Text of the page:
Shades was always meant to be part of a series. The first book is pretty much setting the scene and making the world. I disagree that things look bleak for Eddie. At any time he could simply just comply, and everything would be right as rain and gloriously unchanged for the next few hundred years. It will be interesting to see which decision Eddie takes next as Red Prefect - to dismantle the mechanism of the state or get absorbed in the minutiae of small town bureaucracy. SoG-2 will probably be out in 2013, NCD-3 in 2014, and TN-7 'Dark Reading Matter' in 2015.

17. One of the questions that at times seems to plague writers is that of who their favorite writers are. Often they say they have little time to read anyone else's books since becoming successful, as they are kept too busy writing their own. Can you see this ever happening to you? Or has it already?

One of the downsides of being a professional writer is that free time seems to vanish like the morning mist, so I have little time to read. I always take a book on tour, and I always fail to read it. My time is taken up by writing blogs and doing interviews and responding to emails. If I had another life, I would devote it to aviation. If I had another life after that, I would devote it to reading.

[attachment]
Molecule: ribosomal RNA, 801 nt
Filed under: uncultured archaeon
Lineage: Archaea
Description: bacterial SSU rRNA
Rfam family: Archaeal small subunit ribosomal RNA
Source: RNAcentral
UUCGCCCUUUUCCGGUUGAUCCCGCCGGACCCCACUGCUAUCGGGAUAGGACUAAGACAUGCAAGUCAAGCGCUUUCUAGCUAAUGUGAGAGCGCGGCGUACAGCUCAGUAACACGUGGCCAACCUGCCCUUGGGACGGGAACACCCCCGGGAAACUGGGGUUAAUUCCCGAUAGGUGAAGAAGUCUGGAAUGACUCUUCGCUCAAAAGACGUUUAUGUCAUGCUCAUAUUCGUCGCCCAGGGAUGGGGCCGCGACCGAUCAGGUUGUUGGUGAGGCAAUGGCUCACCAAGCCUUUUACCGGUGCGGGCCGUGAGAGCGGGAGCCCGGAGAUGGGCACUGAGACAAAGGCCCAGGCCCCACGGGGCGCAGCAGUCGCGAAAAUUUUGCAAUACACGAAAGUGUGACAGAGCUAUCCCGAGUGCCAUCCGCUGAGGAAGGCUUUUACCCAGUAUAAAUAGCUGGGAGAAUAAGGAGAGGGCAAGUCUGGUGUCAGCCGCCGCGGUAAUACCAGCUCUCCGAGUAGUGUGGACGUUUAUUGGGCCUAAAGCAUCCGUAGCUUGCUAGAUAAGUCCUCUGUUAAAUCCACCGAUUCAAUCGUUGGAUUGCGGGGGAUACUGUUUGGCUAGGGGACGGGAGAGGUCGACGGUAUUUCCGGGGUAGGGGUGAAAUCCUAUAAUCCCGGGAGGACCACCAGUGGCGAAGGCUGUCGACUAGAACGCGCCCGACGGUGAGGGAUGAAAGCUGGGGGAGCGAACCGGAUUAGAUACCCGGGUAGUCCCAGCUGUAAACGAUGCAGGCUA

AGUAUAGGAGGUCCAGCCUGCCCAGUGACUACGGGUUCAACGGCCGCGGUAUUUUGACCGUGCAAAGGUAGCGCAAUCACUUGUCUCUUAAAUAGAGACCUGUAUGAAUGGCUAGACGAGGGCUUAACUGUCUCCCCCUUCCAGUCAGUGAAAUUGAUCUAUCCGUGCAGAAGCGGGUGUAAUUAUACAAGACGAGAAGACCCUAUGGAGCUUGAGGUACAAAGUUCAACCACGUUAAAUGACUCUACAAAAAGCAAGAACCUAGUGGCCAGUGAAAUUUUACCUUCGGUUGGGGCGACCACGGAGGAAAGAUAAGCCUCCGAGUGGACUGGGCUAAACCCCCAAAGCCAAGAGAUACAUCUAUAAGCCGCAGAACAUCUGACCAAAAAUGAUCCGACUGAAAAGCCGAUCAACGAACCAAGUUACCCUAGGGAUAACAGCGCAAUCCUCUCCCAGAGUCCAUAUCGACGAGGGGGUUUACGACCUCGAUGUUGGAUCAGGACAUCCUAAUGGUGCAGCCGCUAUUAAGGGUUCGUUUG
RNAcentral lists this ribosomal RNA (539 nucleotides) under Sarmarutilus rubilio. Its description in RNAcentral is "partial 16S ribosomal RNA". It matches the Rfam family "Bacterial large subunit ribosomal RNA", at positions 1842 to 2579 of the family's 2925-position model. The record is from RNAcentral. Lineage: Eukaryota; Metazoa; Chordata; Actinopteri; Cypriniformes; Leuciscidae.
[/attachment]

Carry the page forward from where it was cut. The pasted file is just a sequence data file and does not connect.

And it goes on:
18. And do you have a favorite author? A favorite book? A favorite genre? Whose books, if any, do you impatiently await and buy immediately, reading them as soon as they are released?
I no more have a favourite author than I have a favourite artist or musician. If it's good, it's good, and that's what attracts me. I'm not very loyal when it comes to other authors, which is beneficial because it allows me to sample almost everything.

19. I know we've caught you mid-book tour, and I know these 10 cities in10 days things can be pretty grueling. Do you have a story from the road you'd like to share? What is, to date, your most memorable fan encounter?

It's always an adventure. Meeting readers (we don't like the word fan) is always a pleasure and I remain ever grateful for their patronage.

20. And just to wrap things upŠ The Cat in the Hat III ­ Revenge of the Things. Just what kind of revenge do the Things take? Does the fish get it good? (Feel free to answer in Seussian rhyme.)
I've never read it myself, but I'd be interested to see what Fanfiction writers come up with.

21. Also, tell me about the Blyton supremacists. What's their manifesto?

To bring ginger beer and sandwiches and eternal sunshine and adventure to boys and girls everywhere - and they don't care who they have to kill to achieve their goals.

At Geek Speak Magazine , we always conclude our interviews with what we like to call The Final 5; basically the five geekiest and cliche questions in the universe. If I may:

Trek or Wars?     Battlestar
Marvel or DC?     2000AD
Vampires or Werewolves?     Zombies
Unicorns or Dragons?     Quarkbeasts
Time Travel: Pro or Con?     I'll tell you yesterday.
This or that?      The other

Questions set by Rachel Hyland of Geek Speak Magazine .